Search methods for identification of studies
See search methods used in reviews by the Cochrane Collaborative Review Group on HIV Infection and AIDS.
We will formulate a comprehensive and exhaustive search strategy in an attempt to identify all relevant studies regardless of language or publication status (published, unpublished, in press and in progress). Full details of the Cochrane HIV/AIDS Review Group methods and the journals hand-searched are published in the section on Collaborative Review Groups in The Cochrane Library.
Journal and trial databases
We will search the following electronic databases, in the period from 01 January 1991, the year the first HPV L1-VLP-based prophylactic vaccine patent application was filed, to the search date:
CENTRAL (Cochrane Central Register of Controlled Trials)
Web of Science / Web of Social Science
World Health Organization (WHO) Global Health Library, which includes references from AIM (AFRO), LILACS (AMRO/PAHO), IMEMR (EMRO), IMSEAR (SEARO), and WPRIM (WPRO).
Along with appropriate MeSH terms and relevant keywords, we will use the Cochrane Highly Sensitive Search Strategy for identifying reports of randomised controlled trials in MEDLINE, and the Cochrane HIV/AIDS Group's validated strategies for identifying references relevant to HIV infection and AIDS. The search strategy will be iterative, in that references of included studies will be searched for additional references. All languages will be included.
See Appendix 1 for our PubMed search strategy, which will be modified and adapted as needed for use in the other databases.
We will search conference abstract archives on the web sites of the Conference on Retroviruses and Opportunistic Infections (CROI), the International AIDS Conference (IAC), and the International AIDS Society Conference on HIV Pathogenesis, Treatment and Prevention (IAS), for abstracts presented at all conferences through 2012.
Searching other resources
In addition to searching electronic databases, we will contact individual researchers, experts working in the field and authors of major trials to address whether any relevant manuscripts are in preparation or in press. The references of published articles found in the above databases will be searched for additional pertinent materials.
We will search WHO’s International Clinical Trials Registry Platform (ICTRP) to identify ongoing trials.
Data collection and analysis
The methodology for data collection and analysis will be based on the guidance of Cochrane Handbook of Systematic Reviews of Interventions (Higgins 2008). Two authors will independently examine abstracts of all studies identified by electronic or bibliographic scanning. Where necessary, we will obtain the full text to determine the eligibility of studies for inclusion.
Selection of studies
One author will perform a broad first cut of all downloaded material from the electronic searches to exclude citations that are plainly irrelevant. Two authors will read the titles, abstracts and descriptor terms of the remaining downloaded citations to identify potentially eligible reports. We will obtain full text articles for all citations identified as potentially eligible, and two authors will independently inspect these to establish the relevance of the article according to the pre-specified criteria. Where there is uncertainty as to the eligibility of the record, we will obtain and review the full article.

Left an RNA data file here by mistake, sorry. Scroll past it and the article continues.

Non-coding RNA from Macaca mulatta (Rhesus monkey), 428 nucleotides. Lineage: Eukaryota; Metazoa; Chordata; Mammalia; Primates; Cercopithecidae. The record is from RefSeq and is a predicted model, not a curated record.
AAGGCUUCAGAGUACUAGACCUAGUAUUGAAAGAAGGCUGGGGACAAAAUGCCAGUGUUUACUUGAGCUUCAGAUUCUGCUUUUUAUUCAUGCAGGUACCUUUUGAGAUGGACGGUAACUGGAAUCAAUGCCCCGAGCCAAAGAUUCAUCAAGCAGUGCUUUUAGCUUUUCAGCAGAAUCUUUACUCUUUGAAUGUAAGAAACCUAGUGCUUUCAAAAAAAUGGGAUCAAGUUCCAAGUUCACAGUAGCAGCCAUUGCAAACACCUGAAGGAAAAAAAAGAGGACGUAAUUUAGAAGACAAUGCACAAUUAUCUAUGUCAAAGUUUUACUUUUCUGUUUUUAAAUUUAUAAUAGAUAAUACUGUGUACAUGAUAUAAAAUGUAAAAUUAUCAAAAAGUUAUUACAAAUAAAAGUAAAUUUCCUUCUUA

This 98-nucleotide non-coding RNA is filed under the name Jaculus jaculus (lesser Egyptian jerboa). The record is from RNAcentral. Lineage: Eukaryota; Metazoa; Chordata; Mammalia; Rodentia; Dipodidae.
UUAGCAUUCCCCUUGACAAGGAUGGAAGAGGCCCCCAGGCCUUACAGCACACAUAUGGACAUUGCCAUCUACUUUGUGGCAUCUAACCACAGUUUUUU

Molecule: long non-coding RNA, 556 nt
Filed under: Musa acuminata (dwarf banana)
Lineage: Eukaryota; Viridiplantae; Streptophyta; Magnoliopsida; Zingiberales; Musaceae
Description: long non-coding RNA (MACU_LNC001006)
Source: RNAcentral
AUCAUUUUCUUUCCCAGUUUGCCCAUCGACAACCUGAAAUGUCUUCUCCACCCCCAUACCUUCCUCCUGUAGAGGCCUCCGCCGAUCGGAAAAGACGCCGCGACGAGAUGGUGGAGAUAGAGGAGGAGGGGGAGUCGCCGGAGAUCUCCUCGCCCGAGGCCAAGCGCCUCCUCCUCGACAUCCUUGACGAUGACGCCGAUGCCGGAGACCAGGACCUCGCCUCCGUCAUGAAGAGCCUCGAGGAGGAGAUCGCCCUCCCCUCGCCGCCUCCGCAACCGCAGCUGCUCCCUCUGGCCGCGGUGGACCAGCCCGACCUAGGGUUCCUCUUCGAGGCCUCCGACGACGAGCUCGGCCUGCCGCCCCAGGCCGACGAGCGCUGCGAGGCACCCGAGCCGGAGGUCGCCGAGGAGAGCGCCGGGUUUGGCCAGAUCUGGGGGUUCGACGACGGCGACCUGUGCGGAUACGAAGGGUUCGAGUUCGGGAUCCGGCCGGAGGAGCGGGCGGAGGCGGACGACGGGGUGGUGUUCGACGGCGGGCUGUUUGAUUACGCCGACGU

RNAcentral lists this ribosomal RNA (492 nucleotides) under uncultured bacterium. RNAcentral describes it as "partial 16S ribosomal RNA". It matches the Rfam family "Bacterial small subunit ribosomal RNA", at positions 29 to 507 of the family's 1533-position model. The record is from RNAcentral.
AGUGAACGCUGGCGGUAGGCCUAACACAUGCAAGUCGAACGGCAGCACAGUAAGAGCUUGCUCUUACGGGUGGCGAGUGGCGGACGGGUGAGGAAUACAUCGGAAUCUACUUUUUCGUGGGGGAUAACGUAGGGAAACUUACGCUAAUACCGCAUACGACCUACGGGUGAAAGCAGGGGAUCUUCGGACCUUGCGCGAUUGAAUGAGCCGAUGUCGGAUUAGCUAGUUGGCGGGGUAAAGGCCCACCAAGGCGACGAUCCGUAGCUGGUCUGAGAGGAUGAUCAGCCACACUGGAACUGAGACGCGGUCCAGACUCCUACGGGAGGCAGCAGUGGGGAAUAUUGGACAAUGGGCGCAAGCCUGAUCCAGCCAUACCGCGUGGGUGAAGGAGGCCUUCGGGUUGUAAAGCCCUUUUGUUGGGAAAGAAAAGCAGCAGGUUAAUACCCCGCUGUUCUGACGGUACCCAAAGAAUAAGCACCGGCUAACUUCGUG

Two authors will independently apply the inclusion criteria, and any differences arising will be resolved by discussion with a neutral arbiter. We will review studies for relevance based on design, types of participants and outcome measures.
Data extraction and management
Two authors will independently extract data into a standardised, pre-piloted data extraction form. The following characteristics will be extracted from each included study:
Administrative details: trial identification number; author(s); published or unpublished; year of publication; number of studies included in paper; year(s) in which study was conducted; details of other relevant papers cited;
Details of the study: study design; type, duration and completeness of follow up; location/orientation of study (e.g. higher-income vs. low or middle-income country; stage of HIV epidemic)
Details of participants: HIV-infected persons, including age, gender, ethnicity, baseline immune status (e.g. CD4 count, HIV viral load), antiretroviral therapy, reported sexual debut status
Details of intervention: HPV vaccine type (bivalent versus quadrivalent), vaccine dosage, comparator of no vaccination or placebo
Details of outcomes: Serum antibodies against HPV 6, 11, 16, or 18; cervical, vulvar, vaginal, penile, or anal infection with HPV type 6, 11, 16, or 18; CIN 2-3, VIN 2-3, VAIN 2-3, or AIN 2-3; number, incidence, frequency, seriousness of adverse events
Details necessary for risk of bias assessment
Assessment of risk of bias in included studies
Two review authors will independently assess risk of bias for each study using the bias assessment tool described in the Cochrane Handbook (Higgins 2008). We will resolve any disagreement by discussion or by involving a neutral third party to adjudicate.